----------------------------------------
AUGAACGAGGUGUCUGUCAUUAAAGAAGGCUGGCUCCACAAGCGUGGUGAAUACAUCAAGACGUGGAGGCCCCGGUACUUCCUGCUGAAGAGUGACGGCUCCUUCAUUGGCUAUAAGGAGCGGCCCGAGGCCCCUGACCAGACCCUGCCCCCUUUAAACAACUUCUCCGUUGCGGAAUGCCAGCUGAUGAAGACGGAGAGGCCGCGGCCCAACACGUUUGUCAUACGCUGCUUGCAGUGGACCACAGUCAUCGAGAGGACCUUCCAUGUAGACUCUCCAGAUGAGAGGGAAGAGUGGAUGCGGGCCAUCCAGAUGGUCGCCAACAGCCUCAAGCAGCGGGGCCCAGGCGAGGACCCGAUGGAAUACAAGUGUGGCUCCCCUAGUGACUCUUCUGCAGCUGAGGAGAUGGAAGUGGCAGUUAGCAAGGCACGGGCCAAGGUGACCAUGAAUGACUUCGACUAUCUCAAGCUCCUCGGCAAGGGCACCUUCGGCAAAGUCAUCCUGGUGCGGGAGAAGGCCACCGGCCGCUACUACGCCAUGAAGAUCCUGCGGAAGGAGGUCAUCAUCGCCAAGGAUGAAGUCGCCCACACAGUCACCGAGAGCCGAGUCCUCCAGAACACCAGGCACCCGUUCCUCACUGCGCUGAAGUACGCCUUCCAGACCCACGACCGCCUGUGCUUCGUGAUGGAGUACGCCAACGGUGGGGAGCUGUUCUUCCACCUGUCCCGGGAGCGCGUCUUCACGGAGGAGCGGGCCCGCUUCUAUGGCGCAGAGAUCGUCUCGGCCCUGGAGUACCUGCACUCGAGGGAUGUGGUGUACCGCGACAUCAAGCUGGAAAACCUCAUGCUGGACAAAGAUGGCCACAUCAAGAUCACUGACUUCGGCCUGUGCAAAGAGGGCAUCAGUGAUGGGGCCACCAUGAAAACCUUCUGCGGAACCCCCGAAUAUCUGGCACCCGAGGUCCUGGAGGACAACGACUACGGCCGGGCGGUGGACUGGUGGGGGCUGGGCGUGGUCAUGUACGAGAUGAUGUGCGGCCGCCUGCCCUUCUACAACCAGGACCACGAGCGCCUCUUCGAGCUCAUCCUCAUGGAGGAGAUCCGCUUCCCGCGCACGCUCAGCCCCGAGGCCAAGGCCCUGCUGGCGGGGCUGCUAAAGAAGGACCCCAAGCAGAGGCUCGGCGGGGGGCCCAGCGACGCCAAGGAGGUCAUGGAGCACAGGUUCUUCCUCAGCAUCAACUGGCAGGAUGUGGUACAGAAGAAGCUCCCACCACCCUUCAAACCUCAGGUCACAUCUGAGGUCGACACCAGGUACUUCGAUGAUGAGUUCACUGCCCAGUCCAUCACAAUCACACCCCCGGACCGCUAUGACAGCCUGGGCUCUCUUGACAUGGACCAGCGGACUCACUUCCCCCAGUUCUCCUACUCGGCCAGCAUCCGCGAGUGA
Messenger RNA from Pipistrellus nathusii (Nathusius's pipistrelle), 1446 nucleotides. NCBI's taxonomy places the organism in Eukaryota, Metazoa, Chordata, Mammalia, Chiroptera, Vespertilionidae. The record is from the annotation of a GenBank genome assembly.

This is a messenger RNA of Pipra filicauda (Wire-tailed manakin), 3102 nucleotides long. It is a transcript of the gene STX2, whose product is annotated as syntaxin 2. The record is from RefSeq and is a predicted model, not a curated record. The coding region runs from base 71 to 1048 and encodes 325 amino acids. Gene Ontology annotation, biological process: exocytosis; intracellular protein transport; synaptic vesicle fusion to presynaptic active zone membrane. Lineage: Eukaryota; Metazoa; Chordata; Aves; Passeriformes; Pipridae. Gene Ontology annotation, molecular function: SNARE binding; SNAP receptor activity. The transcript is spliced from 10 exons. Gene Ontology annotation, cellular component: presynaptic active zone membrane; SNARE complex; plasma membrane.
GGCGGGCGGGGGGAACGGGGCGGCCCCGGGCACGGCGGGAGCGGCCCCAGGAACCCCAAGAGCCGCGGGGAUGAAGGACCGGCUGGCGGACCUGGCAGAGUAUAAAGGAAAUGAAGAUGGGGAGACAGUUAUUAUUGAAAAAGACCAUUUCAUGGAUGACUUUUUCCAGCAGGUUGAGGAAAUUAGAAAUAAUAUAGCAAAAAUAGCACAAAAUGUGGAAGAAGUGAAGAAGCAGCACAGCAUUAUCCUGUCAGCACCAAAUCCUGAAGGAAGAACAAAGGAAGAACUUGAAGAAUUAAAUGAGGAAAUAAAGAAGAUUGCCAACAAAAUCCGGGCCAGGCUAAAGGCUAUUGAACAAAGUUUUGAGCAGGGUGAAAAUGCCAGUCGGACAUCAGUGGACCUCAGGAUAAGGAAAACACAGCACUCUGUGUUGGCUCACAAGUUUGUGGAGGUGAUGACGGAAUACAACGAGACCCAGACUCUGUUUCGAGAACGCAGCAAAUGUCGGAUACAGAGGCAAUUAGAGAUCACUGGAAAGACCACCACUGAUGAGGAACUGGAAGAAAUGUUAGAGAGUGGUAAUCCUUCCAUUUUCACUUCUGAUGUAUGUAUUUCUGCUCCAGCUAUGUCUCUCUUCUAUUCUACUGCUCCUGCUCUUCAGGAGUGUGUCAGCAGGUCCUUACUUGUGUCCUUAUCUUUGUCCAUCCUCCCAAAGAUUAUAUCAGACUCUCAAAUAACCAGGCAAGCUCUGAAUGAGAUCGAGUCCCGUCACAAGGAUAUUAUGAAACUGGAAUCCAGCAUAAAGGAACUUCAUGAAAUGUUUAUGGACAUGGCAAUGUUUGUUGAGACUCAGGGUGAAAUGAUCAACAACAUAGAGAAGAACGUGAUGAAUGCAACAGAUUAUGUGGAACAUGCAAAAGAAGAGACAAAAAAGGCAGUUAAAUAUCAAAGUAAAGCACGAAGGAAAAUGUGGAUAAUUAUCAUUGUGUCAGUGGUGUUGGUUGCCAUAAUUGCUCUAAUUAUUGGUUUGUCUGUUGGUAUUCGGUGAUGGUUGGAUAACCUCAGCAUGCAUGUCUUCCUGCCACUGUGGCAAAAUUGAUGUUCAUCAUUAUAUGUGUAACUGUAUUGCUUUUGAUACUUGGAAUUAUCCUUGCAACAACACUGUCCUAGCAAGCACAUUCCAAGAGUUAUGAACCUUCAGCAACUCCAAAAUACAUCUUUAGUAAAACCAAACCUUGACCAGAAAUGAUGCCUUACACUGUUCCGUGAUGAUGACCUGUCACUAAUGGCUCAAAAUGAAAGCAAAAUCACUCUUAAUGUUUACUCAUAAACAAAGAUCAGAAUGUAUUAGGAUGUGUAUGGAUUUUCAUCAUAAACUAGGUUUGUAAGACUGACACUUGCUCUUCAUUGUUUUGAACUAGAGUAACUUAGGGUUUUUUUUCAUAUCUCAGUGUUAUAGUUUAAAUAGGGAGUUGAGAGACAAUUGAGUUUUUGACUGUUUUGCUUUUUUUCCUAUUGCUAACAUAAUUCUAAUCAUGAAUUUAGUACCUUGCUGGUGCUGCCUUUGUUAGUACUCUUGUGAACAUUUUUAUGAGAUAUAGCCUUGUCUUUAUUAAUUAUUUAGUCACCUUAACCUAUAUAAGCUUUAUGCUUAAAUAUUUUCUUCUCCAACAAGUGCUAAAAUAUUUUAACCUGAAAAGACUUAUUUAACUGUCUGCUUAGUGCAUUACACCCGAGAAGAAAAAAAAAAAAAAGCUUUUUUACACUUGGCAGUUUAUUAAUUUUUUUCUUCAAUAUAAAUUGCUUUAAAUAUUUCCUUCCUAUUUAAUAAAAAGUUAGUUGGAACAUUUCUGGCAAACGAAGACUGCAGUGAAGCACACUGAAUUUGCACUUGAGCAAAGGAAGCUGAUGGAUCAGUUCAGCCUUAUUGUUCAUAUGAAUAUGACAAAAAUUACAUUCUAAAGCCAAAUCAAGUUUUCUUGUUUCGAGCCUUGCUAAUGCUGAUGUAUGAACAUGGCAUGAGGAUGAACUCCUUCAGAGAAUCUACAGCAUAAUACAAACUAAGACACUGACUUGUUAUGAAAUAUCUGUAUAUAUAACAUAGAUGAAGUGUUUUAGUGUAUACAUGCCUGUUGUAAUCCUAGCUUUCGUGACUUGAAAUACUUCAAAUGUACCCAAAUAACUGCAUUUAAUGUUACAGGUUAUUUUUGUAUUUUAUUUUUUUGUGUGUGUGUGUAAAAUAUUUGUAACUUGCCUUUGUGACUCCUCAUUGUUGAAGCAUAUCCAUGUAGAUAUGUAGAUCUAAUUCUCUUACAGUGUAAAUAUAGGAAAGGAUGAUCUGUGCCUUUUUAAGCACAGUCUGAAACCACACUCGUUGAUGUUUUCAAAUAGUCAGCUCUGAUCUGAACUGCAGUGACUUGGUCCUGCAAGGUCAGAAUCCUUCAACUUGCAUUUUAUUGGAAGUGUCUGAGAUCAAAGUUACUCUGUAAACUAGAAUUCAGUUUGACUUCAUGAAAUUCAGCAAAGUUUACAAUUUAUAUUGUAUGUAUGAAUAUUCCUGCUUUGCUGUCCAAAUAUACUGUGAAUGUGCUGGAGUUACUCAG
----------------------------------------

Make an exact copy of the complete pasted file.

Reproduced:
AUGAACGAGGUGUCUGUCAUUAAAGAAGGCUGGCUCCACAAGCGUGGUGAAUACAUCAAGACGUGGAGGCCCCGGUACUUCCUGCUGAAGAGUGACGGCUCCUUCAUUGGCUAUAAGGAGCGGCCCGAGGCCCCUGACCAGACCCUGCCCCCUUUAAACAACUUCUCCGUUGCGGAAUGCCAGCUGAUGAAGACGGAGAGGCCGCGGCCCAACACGUUUGUCAUACGCUGCUUGCAGUGGACCACAGUCAUCGAGAGGACCUUCCAUGUAGACUCUCCAGAUGAGAGGGAAGAGUGGAUGCGGGCCAUCCAGAUGGUCGCCAACAGCCUCAAGCAGCGGGGCCCAGGCGAGGACCCGAUGGAAUACAAGUGUGGCUCCCCUAGUGACUCUUCUGCAGCUGAGGAGAUGGAAGUGGCAGUUAGCAAGGCACGGGCCAAGGUGACCAUGAAUGACUUCGACUAUCUCAAGCUCCUCGGCAAGGGCACCUUCGGCAAAGUCAUCCUGGUGCGGGAGAAGGCCACCGGCCGCUACUACGCCAUGAAGAUCCUGCGGAAGGAGGUCAUCAUCGCCAAGGAUGAAGUCGCCCACACAGUCACCGAGAGCCGAGUCCUCCAGAACACCAGGCACCCGUUCCUCACUGCGCUGAAGUACGCCUUCCAGACCCACGACCGCCUGUGCUUCGUGAUGGAGUACGCCAACGGUGGGGAGCUGUUCUUCCACCUGUCCCGGGAGCGCGUCUUCACGGAGGAGCGGGCCCGCUUCUAUGGCGCAGAGAUCGUCUCGGCCCUGGAGUACCUGCACUCGAGGGAUGUGGUGUACCGCGACAUCAAGCUGGAAAACCUCAUGCUGGACAAAGAUGGCCACAUCAAGAUCACUGACUUCGGCCUGUGCAAAGAGGGCAUCAGUGAUGGGGCCACCAUGAAAACCUUCUGCGGAACCCCCGAAUAUCUGGCACCCGAGGUCCUGGAGGACAACGACUACGGCCGGGCGGUGGACUGGUGGGGGCUGGGCGUGGUCAUGUACGAGAUGAUGUGCGGCCGCCUGCCCUUCUACAACCAGGACCACGAGCGCCUCUUCGAGCUCAUCCUCAUGGAGGAGAUCCGCUUCCCGCGCACGCUCAGCCCCGAGGCCAAGGCCCUGCUGGCGGGGCUGCUAAAGAAGGACCCCAAGCAGAGGCUCGGCGGGGGGCCCAGCGACGCCAAGGAGGUCAUGGAGCACAGGUUCUUCCUCAGCAUCAACUGGCAGGAUGUGGUACAGAAGAAGCUCCCACCACCCUUCAAACCUCAGGUCACAUCUGAGGUCGACACCAGGUACUUCGAUGAUGAGUUCACUGCCCAGUCCAUCACAAUCACACCCCCGGACCGCUAUGACAGCCUGGGCUCUCUUGACAUGGACCAGCGGACUCACUUCCCCCAGUUCUCCUACUCGGCCAGCAUCCGCGAGUGA
Messenger RNA from Pipistrellus nathusii (Nathusius's pipistrelle), 1446 nucleotides. NCBI's taxonomy places the organism in Eukaryota, Metazoa, Chordata, Mammalia, Chiroptera, Vespertilionidae. The record is from the annotation of a GenBank genome assembly.

This is a messenger RNA of Pipra filicauda (Wire-tailed manakin), 3102 nucleotides long. It is a transcript of the gene STX2, whose product is annotated as syntaxin 2. The record is from RefSeq and is a predicted model, not a curated record. The coding region runs from base 71 to 1048 and encodes 325 amino acids. Gene Ontology annotation, biological process: exocytosis; intracellular protein transport; synaptic vesicle fusion to presynaptic active zone membrane. Lineage: Eukaryota; Metazoa; Chordata; Aves; Passeriformes; Pipridae. Gene Ontology annotation, molecular function: SNARE binding; SNAP receptor activity. The transcript is spliced from 10 exons. Gene Ontology annotation, cellular component: presynaptic active zone membrane; SNARE complex; plasma membrane.
GGCGGGCGGGGGGAACGGGGCGGCCCCGGGCACGGCGGGAGCGGCCCCAGGAACCCCAAGAGCCGCGGGGAUGAAGGACCGGCUGGCGGACCUGGCAGAGUAUAAAGGAAAUGAAGAUGGGGAGACAGUUAUUAUUGAAAAAGACCAUUUCAUGGAUGACUUUUUCCAGCAGGUUGAGGAAAUUAGAAAUAAUAUAGCAAAAAUAGCACAAAAUGUGGAAGAAGUGAAGAAGCAGCACAGCAUUAUCCUGUCAGCACCAAAUCCUGAAGGAAGAACAAAGGAAGAACUUGAAGAAUUAAAUGAGGAAAUAAAGAAGAUUGCCAACAAAAUCCGGGCCAGGCUAAAGGCUAUUGAACAAAGUUUUGAGCAGGGUGAAAAUGCCAGUCGGACAUCAGUGGACCUCAGGAUAAGGAAAACACAGCACUCUGUGUUGGCUCACAAGUUUGUGGAGGUGAUGACGGAAUACAACGAGACCCAGACUCUGUUUCGAGAACGCAGCAAAUGUCGGAUACAGAGGCAAUUAGAGAUCACUGGAAAGACCACCACUGAUGAGGAACUGGAAGAAAUGUUAGAGAGUGGUAAUCCUUCCAUUUUCACUUCUGAUGUAUGUAUUUCUGCUCCAGCUAUGUCUCUCUUCUAUUCUACUGCUCCUGCUCUUCAGGAGUGUGUCAGCAGGUCCUUACUUGUGUCCUUAUCUUUGUCCAUCCUCCCAAAGAUUAUAUCAGACUCUCAAAUAACCAGGCAAGCUCUGAAUGAGAUCGAGUCCCGUCACAAGGAUAUUAUGAAACUGGAAUCCAGCAUAAAGGAACUUCAUGAAAUGUUUAUGGACAUGGCAAUGUUUGUUGAGACUCAGGGUGAAAUGAUCAACAACAUAGAGAAGAACGUGAUGAAUGCAACAGAUUAUGUGGAACAUGCAAAAGAAGAGACAAAAAAGGCAGUUAAAUAUCAAAGUAAAGCACGAAGGAAAAUGUGGAUAAUUAUCAUUGUGUCAGUGGUGUUGGUUGCCAUAAUUGCUCUAAUUAUUGGUUUGUCUGUUGGUAUUCGGUGAUGGUUGGAUAACCUCAGCAUGCAUGUCUUCCUGCCACUGUGGCAAAAUUGAUGUUCAUCAUUAUAUGUGUAACUGUAUUGCUUUUGAUACUUGGAAUUAUCCUUGCAACAACACUGUCCUAGCAAGCACAUUCCAAGAGUUAUGAACCUUCAGCAACUCCAAAAUACAUCUUUAGUAAAACCAAACCUUGACCAGAAAUGAUGCCUUACACUGUUCCGUGAUGAUGACCUGUCACUAAUGGCUCAAAAUGAAAGCAAAAUCACUCUUAAUGUUUACUCAUAAACAAAGAUCAGAAUGUAUUAGGAUGUGUAUGGAUUUUCAUCAUAAACUAGGUUUGUAAGACUGACACUUGCUCUUCAUUGUUUUGAACUAGAGUAACUUAGGGUUUUUUUUCAUAUCUCAGUGUUAUAGUUUAAAUAGGGAGUUGAGAGACAAUUGAGUUUUUGACUGUUUUGCUUUUUUUCCUAUUGCUAACAUAAUUCUAAUCAUGAAUUUAGUACCUUGCUGGUGCUGCCUUUGUUAGUACUCUUGUGAACAUUUUUAUGAGAUAUAGCCUUGUCUUUAUUAAUUAUUUAGUCACCUUAACCUAUAUAAGCUUUAUGCUUAAAUAUUUUCUUCUCCAACAAGUGCUAAAAUAUUUUAACCUGAAAAGACUUAUUUAACUGUCUGCUUAGUGCAUUACACCCGAGAAGAAAAAAAAAAAAAAGCUUUUUUACACUUGGCAGUUUAUUAAUUUUUUUCUUCAAUAUAAAUUGCUUUAAAUAUUUCCUUCCUAUUUAAUAAAAAGUUAGUUGGAACAUUUCUGGCAAACGAAGACUGCAGUGAAGCACACUGAAUUUGCACUUGAGCAAAGGAAGCUGAUGGAUCAGUUCAGCCUUAUUGUUCAUAUGAAUAUGACAAAAAUUACAUUCUAAAGCCAAAUCAAGUUUUCUUGUUUCGAGCCUUGCUAAUGCUGAUGUAUGAACAUGGCAUGAGGAUGAACUCCUUCAGAGAAUCUACAGCAUAAUACAAACUAAGACACUGACUUGUUAUGAAAUAUCUGUAUAUAUAACAUAGAUGAAGUGUUUUAGUGUAUACAUGCCUGUUGUAAUCCUAGCUUUCGUGACUUGAAAUACUUCAAAUGUACCCAAAUAACUGCAUUUAAUGUUACAGGUUAUUUUUGUAUUUUAUUUUUUUGUGUGUGUGUGUAAAAUAUUUGUAACUUGCCUUUGUGACUCCUCAUUGUUGAAGCAUAUCCAUGUAGAUAUGUAGAUCUAAUUCUCUUACAGUGUAAAUAUAGGAAAGGAUGAUCUGUGCCUUUUUAAGCACAGUCUGAAACCACACUCGUUGAUGUUUUCAAAUAGUCAGCUCUGAUCUGAACUGCAGUGACUUGGUCCUGCAAGGUCAGAAUCCUUCAACUUGCAUUUUAUUGGAAGUGUCUGAGAUCAAAGUUACUCUGUAAACUAGAAUUCAGUUUGACUUCAUGAAAUUCAGCAAAGUUUACAAUUUAUAUUGUAUGUAUGAAUAUUCCUGCUUUGCUGUCCAAAUAUACUGUGAAUGUGCUGGAGUUACUCAG